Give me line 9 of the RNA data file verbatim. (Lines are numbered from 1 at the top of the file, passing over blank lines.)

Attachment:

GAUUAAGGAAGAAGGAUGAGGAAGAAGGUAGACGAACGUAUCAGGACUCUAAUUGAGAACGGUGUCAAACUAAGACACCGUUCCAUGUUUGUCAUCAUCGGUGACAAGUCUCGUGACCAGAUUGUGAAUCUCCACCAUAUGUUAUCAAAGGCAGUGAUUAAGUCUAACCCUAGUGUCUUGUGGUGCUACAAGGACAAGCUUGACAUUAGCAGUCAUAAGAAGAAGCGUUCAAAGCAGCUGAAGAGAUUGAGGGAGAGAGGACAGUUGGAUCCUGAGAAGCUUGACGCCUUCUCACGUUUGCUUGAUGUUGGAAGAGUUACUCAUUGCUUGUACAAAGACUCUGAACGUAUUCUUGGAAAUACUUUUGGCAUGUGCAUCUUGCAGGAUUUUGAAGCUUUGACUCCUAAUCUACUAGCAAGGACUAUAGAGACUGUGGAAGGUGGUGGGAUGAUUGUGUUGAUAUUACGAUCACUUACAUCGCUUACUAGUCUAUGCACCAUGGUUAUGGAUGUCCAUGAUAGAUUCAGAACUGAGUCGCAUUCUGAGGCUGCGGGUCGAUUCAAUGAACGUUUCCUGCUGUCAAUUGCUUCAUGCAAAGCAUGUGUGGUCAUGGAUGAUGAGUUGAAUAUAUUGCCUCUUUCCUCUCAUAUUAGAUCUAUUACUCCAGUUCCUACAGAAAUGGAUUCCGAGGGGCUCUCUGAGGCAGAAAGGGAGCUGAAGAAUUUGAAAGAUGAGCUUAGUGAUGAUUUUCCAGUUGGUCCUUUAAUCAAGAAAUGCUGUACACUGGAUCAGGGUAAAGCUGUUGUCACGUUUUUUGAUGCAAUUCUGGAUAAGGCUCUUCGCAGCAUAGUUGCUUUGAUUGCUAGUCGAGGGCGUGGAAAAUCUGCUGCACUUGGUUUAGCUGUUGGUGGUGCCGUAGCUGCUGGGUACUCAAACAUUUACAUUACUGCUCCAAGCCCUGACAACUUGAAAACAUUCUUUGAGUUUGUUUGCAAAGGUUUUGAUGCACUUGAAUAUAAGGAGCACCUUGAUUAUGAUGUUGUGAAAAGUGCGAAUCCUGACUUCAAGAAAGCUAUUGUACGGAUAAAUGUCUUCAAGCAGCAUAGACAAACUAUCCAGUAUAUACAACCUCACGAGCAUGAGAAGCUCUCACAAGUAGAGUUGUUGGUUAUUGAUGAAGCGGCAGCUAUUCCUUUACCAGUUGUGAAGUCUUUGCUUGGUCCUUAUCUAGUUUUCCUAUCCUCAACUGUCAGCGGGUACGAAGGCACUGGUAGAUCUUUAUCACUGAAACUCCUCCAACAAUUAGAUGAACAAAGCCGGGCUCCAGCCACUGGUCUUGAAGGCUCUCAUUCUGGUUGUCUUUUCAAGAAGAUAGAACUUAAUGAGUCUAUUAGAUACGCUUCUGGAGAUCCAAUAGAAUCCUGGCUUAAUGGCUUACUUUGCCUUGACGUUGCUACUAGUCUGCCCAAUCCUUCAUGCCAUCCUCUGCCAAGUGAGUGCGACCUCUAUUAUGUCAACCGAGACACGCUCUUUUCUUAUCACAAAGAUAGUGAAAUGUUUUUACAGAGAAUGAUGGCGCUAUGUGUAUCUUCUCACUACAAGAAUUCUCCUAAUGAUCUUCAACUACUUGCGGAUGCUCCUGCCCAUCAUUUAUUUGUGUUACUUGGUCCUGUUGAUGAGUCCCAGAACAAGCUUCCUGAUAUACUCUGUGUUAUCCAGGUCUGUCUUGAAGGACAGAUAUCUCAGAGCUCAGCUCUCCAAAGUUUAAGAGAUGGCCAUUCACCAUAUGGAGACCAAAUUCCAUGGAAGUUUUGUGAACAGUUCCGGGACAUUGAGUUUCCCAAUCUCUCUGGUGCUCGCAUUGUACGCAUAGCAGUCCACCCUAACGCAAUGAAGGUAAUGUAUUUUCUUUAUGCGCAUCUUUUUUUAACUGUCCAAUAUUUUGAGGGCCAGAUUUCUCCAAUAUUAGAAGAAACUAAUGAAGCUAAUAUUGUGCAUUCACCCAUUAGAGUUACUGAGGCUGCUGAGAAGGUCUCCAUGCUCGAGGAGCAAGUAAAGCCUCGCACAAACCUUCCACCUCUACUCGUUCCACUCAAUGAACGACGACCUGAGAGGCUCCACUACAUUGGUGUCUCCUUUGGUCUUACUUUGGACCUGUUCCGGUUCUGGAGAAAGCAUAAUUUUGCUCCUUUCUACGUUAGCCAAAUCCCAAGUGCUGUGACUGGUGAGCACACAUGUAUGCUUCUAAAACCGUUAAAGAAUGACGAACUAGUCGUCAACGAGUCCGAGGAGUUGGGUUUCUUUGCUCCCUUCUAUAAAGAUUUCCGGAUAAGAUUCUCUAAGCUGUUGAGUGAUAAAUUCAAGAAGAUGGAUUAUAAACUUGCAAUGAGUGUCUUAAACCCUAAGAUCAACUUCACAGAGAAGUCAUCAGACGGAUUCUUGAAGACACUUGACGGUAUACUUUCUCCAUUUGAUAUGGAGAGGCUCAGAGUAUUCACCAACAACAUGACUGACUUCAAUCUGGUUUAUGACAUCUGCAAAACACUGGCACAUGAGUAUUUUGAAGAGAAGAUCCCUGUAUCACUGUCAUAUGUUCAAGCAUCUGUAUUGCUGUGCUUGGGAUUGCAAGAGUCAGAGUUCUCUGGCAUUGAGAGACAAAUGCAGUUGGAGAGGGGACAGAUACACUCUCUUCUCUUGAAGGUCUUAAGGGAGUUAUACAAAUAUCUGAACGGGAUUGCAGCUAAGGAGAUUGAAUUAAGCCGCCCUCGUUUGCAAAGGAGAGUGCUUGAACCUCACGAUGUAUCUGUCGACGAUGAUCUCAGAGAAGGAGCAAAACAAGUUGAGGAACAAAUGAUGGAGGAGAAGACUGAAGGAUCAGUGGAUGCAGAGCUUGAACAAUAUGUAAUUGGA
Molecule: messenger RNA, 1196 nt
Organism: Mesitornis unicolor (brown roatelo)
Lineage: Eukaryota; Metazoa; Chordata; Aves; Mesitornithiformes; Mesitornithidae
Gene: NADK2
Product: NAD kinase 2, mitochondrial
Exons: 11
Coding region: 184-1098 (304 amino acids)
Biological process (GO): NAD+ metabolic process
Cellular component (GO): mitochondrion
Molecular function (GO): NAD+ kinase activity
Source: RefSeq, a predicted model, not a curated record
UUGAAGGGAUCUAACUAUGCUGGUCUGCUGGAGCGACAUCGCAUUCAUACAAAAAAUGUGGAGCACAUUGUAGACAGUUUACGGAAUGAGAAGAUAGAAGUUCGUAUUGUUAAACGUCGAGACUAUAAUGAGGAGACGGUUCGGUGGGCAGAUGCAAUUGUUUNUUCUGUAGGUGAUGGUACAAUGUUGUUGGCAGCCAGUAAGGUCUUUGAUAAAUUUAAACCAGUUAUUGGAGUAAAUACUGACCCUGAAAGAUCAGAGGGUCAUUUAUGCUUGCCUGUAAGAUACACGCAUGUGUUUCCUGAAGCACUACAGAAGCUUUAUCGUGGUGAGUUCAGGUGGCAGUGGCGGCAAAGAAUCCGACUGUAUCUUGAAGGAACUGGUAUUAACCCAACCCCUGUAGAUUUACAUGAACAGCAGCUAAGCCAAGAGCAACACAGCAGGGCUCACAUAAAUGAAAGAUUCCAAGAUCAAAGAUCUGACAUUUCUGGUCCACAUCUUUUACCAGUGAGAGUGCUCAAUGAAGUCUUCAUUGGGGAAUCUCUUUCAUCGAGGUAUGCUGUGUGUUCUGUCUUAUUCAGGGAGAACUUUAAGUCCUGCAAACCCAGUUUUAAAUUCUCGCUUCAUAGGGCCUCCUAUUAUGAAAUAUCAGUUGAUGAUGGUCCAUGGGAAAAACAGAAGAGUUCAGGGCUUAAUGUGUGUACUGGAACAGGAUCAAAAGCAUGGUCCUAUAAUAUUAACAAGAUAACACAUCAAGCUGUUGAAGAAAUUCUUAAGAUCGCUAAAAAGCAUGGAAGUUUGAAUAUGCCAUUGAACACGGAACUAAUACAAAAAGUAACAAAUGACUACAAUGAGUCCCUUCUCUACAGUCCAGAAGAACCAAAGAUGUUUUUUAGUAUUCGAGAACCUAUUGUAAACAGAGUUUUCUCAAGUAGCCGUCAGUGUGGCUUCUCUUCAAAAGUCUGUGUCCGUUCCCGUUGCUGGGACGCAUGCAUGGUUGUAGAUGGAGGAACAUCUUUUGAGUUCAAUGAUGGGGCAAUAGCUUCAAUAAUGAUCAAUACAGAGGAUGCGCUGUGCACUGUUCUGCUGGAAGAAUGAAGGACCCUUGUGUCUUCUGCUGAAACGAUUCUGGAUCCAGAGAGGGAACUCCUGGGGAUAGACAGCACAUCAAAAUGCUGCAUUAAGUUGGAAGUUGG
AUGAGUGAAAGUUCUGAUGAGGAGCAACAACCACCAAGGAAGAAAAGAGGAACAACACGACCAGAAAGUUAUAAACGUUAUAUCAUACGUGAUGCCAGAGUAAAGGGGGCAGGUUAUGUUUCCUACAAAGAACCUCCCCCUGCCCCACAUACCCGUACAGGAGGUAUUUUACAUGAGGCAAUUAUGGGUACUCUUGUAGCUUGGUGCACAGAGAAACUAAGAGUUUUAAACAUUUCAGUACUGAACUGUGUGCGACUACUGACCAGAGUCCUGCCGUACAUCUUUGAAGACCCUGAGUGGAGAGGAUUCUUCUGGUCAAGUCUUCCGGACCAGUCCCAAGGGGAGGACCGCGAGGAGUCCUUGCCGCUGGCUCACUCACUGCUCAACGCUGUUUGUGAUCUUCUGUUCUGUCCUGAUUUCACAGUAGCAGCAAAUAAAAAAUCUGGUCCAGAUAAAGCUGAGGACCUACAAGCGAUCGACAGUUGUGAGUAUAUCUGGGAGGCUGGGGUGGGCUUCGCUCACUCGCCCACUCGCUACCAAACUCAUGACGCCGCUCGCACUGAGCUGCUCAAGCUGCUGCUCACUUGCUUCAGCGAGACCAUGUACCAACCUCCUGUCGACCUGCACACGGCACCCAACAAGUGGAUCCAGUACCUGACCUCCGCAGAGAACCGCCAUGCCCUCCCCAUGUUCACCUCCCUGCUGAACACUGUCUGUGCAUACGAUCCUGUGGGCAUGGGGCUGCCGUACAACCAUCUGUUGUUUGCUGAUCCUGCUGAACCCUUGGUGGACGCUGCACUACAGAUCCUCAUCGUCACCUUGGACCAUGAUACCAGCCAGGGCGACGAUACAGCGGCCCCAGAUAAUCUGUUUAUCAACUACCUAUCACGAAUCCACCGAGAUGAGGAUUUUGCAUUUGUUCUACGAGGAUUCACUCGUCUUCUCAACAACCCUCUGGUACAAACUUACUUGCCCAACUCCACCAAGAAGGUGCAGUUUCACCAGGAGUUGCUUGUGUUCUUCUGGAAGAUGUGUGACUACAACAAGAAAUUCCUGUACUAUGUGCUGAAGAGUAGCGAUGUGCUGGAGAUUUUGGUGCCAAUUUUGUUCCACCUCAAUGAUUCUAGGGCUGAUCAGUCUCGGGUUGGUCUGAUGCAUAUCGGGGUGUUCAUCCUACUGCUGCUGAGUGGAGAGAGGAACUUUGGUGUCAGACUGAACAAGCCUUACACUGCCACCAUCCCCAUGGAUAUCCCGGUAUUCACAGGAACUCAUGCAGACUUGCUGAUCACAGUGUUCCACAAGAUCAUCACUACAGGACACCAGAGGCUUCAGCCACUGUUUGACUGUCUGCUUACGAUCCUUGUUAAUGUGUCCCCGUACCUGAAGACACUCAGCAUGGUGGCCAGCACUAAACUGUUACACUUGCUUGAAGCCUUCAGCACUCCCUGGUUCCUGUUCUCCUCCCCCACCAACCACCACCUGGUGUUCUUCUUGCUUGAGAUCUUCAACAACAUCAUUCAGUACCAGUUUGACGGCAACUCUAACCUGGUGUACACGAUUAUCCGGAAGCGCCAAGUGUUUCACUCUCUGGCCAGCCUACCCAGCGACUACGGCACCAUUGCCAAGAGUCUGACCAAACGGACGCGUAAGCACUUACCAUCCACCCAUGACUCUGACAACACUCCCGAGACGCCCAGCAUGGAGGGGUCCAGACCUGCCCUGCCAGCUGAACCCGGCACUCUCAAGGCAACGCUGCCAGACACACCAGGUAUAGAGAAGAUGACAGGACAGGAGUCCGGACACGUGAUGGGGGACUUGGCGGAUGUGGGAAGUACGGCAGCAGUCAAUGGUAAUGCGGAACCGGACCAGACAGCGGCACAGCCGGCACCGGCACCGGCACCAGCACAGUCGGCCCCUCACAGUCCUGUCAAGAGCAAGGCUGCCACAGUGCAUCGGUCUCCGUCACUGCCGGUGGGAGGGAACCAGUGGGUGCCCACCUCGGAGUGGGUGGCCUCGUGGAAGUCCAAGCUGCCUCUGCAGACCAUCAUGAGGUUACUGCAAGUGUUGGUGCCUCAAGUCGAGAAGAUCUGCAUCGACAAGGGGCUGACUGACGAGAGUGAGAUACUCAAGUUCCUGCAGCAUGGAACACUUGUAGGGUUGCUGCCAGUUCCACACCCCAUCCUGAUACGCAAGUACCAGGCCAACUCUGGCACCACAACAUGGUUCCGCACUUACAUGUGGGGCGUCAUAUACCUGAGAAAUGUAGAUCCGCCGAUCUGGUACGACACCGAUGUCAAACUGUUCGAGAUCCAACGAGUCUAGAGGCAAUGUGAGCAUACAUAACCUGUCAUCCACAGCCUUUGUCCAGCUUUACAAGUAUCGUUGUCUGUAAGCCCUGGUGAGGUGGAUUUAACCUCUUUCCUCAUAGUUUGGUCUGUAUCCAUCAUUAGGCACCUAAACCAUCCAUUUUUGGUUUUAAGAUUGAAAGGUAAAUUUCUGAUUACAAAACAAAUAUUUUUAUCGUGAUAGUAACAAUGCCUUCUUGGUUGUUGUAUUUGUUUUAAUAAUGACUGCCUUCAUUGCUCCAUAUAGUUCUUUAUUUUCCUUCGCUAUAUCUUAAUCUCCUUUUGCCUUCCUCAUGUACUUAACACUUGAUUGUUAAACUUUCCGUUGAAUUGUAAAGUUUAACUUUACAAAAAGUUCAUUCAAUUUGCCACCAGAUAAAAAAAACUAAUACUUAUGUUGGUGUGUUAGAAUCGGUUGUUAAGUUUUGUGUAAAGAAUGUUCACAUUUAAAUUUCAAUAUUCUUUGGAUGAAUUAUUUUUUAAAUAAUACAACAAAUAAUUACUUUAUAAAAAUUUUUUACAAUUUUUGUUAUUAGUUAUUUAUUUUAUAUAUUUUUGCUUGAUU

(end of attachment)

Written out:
Biological process (GO): NAD+ metabolic process